Despite promising research on the potential for desistance-focused approaches to improve outcomes, community corrections agencies continue to rely on recidivism as the primary measure of their effectiveness. Policymakers and practitioners may grow impatient with researchers who incessantly criticize existing outcome measures and warn of measurement error and sample bias. Facing endless discussions of what appears to be methodological trivia, weary policymakers find comfort in the simple and easily interpretable measure of recidivism. Researchers and practitioners should work together to make policymakers less comfortable with their reliance on recidivism. Once the criminal justice field accepts the fact that simple comparisons of recidivism generate inaccurate, harmful, and often discriminatory conclusions, it may finally begin to make real progress in replacing recidivism with more flexible and positive outcome measures.
Butts, J.A., G. Bazemore, and A.S. Meroe (2010). Positive Youth Justice: Framing Justice Interventions Using the Concepts of Positive Youth Development. Washington, DC: Coalition for Juvenile Justice.
Center for Behavioral Health Statistics and Quality (2015). Behavioral Health Trends in the United States: Results from the 2014 National Survey on Drug Use and Health. Washington, DC: U.S. Department of Health and Human Services, Substance Abuse and Mental Health Services Administration. HHS Publication No. SMA 15-4927, NSDUH Series H-50.
Federal Bureau of Investigation (2015). Crime in the United States 2014. Washington, DC: U.S. Department of Justice.
Goff, P.A., T. Lloyd, A. Geller, S. Raphael, and J. Glaser (2016). The Science of Justice: Race, Arrests, and Police Use of Force. Los Angeles, CA: Center for Policing Equity.
Greene, J.A., and V. Schiraldi (2016). “Better by Half: The New York City Story of Winning Large-Scale Decarceration while Increasing Public Safety.” Federal Sentencing Reporter 29(1):22-38.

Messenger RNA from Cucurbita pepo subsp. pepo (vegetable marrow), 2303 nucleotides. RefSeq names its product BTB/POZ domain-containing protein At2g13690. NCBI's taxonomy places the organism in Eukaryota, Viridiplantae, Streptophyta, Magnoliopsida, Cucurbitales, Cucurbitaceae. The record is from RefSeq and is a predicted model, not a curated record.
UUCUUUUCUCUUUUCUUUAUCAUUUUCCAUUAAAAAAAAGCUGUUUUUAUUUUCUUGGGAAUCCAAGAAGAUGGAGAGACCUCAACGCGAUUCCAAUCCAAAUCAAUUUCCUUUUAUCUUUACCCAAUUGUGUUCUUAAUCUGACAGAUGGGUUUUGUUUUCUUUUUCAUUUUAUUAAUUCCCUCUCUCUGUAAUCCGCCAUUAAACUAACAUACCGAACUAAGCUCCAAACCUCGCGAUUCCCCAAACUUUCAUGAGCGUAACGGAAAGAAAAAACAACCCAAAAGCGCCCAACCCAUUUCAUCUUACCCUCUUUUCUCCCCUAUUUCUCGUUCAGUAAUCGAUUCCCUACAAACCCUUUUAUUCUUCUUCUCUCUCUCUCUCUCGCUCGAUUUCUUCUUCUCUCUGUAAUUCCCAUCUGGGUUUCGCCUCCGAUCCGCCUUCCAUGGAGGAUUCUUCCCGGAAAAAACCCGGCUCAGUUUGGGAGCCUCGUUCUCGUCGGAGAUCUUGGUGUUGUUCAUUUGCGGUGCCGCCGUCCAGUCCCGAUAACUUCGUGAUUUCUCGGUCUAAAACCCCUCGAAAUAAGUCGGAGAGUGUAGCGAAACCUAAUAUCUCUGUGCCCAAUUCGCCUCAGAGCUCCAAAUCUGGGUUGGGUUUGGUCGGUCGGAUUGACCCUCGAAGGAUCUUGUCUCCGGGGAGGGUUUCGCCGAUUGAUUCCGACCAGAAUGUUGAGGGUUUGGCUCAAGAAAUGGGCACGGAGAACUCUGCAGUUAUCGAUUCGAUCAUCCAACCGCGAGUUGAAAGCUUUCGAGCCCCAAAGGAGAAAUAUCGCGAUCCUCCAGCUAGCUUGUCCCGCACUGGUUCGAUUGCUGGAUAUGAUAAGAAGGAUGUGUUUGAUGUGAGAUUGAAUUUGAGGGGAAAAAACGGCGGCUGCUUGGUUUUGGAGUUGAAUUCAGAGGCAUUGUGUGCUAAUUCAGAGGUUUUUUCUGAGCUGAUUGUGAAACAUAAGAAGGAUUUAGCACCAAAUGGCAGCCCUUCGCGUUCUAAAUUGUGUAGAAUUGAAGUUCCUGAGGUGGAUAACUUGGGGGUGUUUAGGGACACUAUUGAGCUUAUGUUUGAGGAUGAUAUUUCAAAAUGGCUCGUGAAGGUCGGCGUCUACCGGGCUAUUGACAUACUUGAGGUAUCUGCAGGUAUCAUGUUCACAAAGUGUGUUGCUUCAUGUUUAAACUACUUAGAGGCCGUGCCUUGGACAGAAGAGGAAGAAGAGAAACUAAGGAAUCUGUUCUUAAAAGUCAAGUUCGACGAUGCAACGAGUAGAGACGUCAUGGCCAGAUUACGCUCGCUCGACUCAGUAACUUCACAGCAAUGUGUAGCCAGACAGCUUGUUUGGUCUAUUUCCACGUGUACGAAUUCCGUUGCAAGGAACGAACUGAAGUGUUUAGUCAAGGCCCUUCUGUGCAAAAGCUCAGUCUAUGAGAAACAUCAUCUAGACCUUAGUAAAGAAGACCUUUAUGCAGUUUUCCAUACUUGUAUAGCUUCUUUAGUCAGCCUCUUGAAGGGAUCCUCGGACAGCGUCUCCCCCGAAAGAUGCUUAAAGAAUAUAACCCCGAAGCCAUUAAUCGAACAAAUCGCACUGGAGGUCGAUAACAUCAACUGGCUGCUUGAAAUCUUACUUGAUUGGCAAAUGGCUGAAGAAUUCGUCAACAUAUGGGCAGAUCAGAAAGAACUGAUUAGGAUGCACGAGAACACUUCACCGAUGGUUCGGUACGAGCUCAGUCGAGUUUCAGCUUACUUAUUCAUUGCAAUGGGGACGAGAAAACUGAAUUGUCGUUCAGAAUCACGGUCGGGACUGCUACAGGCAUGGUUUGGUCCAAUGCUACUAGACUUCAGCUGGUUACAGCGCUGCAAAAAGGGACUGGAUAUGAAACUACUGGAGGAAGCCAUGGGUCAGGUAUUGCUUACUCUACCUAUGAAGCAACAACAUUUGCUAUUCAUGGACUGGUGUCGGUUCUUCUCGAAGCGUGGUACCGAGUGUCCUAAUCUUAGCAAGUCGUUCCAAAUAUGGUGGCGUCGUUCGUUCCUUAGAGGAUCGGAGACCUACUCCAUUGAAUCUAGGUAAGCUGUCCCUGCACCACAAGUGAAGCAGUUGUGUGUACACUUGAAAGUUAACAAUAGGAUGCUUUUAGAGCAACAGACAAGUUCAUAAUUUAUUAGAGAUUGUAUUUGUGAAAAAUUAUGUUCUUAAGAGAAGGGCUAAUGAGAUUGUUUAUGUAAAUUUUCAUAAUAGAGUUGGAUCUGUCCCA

Harris, A. (2016). A Pound of Flesh: Monetary Sanctions as Punishment for the Poor. New York, NY: Russell Sage Foundation.
Harris, P.W., B. Lockwood, and L. Mengers (2009). CJCA White Paper: Defining and Measuring Recidivism. Braintree, MA: Council of Juvenile Correctional Administrators.
Kazemian, L. (2015). Straight Lives: The Balance between Human Dignity, Public Safety, and Desistance from Crime. The City University of New York, John Jay College of Criminal Justice, Research & Evaluation Center.
King, R., and B. Elderbroom (2014). Improving Recidivism as a Performance Measure. Washington, DC: Urban Institute.
Kubrin, C.E., and E.A. Stewart (2006). “Predicting Who Reoffends: The Neglected Role of Neighborhood Context in Recidivism Studies.” Criminology 44:165-197.
Maltz, M.D. (1984). Recidivism. Orlando, FL: Academic Press.
Markman, J.A., M.R. Durose, R.R. Rantala, and A.D. Tiedt (2016). Recidivism of Offenders Placed on Federal Community Supervision in 2005: Patterns from 2005 to 2010. Washington, DC: U.S. Department of Justice, Office of Justice Programs, Bureau of Justice Statistics. NCJ 249743.
Mears, D.P., E.A. Stewart, P.Y. Warren, and R.L. Simons (2016). “Culture and Formal Social Control: The Effect of the Code of the Street on Police and Court Decision-making.” Justice Quarterly 34(2):217-247.
Mears, D.P., X. Wang, C. Hay, and W.D. Bales (2008). “Social Ecology and Recidivism: Implications for Prisoner Reentry.” Criminology 46:301-340.
Merriam-Webster Dictionary (2017). Definition of “recidivism.”
Miech, R.A., L.D. Johnston, P.M. O’Malley, J.G. Bachman, and J.E. Schulenberg (2016). Monitoring the Future: National Survey Results on Drug Use, 1975-2015: Volume I, Secondary School Students. Ann Arbor, MI: University of Michigan, Institute for Social Research.